I can appreciate stitch’s efforts to be diplomatic without violating the patient’s confidentiality, but the bottom line is that since the “kid” is legally an adult, it is against the law for him/her to share any information regarding the patient’s medical condition with any 3rd party without the patient’s explicit permission. As often happens, trying to be nice can turn around and bite you. Perhaps a better approach would be along the lines of ” I appreciate your concerns, but because your child is legally an adult, both state and federal law prohibit me from discussing any aspect of their medical care with you without their explicit written permission. Is there anything else I can help you with today?”

  • Rob

    DB is right. My example is the MRI scan on the person with new-onset sciatica. For me, the main reason to order an MRI is to decide if the person needs an intervention. The indications for surgical intervention are: 1. Intractable pain, 2. Progressive neurological deficit. Neither of these can be determined for most new-onset radiculopathy before treatment is tried. I give the person prednisone +/- physical therapy (depending on severity and length of symptoms), and most get better. Some probably do have herniated discs, but I don’t care as long as they get better. I don’t need to know if they have a herniated disc, I need to know if I need to refer them to a surgeon or pain specialist.

    That is what I meant by “informational purposes only.” By the way, I also think lipids in kids are a bad idea based on this principle, as we don’t put kids on Lipitor except in extreme circumstances….but that is another post.

  • drhawk

    I would like to disagree. A test is something that is done to prevent an adverse result or to enhance information. From this point of view, we would do routine testing on a patients kidneys to make sure the contrast load we are about to inject would not cause failure. It would also cover shooting that mans ankle to make absolutely sure we do not miss the 1 in 1000 fractures that are missed by the ottawa ankle rules. As well, the fourth CT scan on the man wih chest pain would ALWAYS be done in any er I was working in. Why? because a lot can change in 24 hours. just because he did not have a PE yesterday, does not mean he cant have one today.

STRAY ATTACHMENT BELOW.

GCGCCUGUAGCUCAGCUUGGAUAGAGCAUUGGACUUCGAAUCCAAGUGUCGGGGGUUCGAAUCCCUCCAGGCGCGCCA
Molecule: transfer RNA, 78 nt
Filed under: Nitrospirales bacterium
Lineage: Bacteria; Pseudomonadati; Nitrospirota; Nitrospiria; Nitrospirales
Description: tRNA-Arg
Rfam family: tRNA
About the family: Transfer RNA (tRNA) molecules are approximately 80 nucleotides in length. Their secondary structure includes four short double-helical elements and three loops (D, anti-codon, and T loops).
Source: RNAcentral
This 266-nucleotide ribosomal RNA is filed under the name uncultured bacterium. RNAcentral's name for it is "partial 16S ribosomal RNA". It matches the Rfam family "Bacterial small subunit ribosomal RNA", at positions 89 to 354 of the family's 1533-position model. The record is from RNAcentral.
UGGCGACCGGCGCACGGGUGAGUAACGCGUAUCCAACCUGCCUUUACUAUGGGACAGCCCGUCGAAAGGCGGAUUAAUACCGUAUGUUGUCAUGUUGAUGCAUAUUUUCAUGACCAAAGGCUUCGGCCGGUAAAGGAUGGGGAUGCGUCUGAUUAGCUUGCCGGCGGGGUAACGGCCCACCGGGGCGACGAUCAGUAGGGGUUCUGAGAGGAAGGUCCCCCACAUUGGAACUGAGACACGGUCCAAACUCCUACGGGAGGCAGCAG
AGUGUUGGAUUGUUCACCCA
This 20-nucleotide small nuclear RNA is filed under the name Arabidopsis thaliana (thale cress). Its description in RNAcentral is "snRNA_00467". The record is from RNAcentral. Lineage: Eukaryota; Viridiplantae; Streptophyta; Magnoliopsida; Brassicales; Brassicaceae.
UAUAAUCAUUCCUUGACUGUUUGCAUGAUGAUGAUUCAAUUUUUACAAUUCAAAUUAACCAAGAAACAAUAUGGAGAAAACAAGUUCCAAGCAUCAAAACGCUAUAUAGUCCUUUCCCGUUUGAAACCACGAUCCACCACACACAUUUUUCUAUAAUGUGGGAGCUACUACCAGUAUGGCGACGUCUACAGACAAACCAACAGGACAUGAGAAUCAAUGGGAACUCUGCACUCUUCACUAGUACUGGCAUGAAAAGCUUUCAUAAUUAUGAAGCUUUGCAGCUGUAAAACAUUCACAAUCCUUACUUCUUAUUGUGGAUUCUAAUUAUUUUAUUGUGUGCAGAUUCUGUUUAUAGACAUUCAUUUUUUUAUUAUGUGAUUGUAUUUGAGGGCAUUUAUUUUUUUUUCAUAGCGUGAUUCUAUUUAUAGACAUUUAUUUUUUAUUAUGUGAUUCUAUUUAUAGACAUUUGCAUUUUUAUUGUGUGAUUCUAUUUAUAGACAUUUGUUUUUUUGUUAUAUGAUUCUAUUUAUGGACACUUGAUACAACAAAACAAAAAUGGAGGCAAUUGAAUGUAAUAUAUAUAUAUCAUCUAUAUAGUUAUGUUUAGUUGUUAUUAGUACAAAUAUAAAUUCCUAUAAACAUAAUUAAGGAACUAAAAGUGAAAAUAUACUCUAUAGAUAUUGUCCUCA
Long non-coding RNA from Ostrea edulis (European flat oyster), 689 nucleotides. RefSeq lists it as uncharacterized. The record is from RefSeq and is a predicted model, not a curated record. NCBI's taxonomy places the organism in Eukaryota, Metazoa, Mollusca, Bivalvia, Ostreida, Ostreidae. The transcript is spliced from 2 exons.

Although I can understand the need to reduce testing, this is something that should be looked at more in primary care. In an environment like the ER, you really have to catch 100 percent of the things 100 percent of the time. there is no luxury of repeat testing, or follow up. the two best things I heard in residency 1) it is better to spend the patients money than to have them spend yours 2) always treat and test every patient as if you were the last person they were going to see, because most dont follow up and dont follow instructions.

    Remember that a lot of the ‘clinical rules’ for testing were developed in countries where health care is socialist, rationed, and limited, and is applied by people who do not have the Damocles Sword of lawsuits hanging over their head.

    I think to really address this issue you have to stress two or three points:

    1) malpractice needs reform
    2) patients expectations need to be lowered, sometimes things will get missed
    3) pain is not a disease requiring extensive testing at all times

    I dont see this issue being resolved either way. Under Obamacare, once the rationing starts, and it will start, clinicians are not protected from judgement based on tests they are not allowed to order. over-testing will continue as long as the public expects it and clinicians are penalized for missing the unexpected.

    • steve weaver

      I agree 100%. And doctors have to be right 100% of the time. To be wrong is to risk being sued. You don’t know that until you’ve been there. And I’m not willing to risk my future for the costs of healthcare.

  • Dermatologist Los Angeles

    Awesome look into these comments. I agree it would be easy to ask Dr. Rob what he was thinking, but your way was far more fun. Oh and did I mention, Spot on!

  • Anon EM doc

    How humble of you not to toot your own horn in your “rule-out strep throat” example, Dr. Centor ;)